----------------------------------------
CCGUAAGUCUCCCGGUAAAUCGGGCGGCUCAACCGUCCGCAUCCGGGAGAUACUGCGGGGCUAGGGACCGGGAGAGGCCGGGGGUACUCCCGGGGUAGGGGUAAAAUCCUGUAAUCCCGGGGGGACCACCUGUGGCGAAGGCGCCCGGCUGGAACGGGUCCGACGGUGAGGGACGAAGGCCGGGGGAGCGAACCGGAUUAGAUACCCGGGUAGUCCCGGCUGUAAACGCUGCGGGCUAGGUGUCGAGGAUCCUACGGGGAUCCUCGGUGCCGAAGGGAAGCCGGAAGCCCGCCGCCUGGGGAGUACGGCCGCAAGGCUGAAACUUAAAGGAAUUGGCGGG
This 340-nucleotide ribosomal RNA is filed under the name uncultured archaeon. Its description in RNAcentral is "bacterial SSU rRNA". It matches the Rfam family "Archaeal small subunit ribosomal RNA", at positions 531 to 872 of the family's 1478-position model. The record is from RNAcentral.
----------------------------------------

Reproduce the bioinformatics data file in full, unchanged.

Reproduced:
CCGUAAGUCUCCCGGUAAAUCGGGCGGCUCAACCGUCCGCAUCCGGGAGAUACUGCGGGGCUAGGGACCGGGAGAGGCCGGGGGUACUCCCGGGGUAGGGGUAAAAUCCUGUAAUCCCGGGGGGACCACCUGUGGCGAAGGCGCCCGGCUGGAACGGGUCCGACGGUGAGGGACGAAGGCCGGGGGAGCGAACCGGAUUAGAUACCCGGGUAGUCCCGGCUGUAAACGCUGCGGGCUAGGUGUCGAGGAUCCUACGGGGAUCCUCGGUGCCGAAGGGAAGCCGGAAGCCCGCCGCCUGGGGAGUACGGCCGCAAGGCUGAAACUUAAAGGAAUUGGCGGG
This 340-nucleotide ribosomal RNA is filed under the name uncultured archaeon. Its description in RNAcentral is "bacterial SSU rRNA". It matches the Rfam family "Archaeal small subunit ribosomal RNA", at positions 531 to 872 of the family's 1478-position model. The record is from RNAcentral.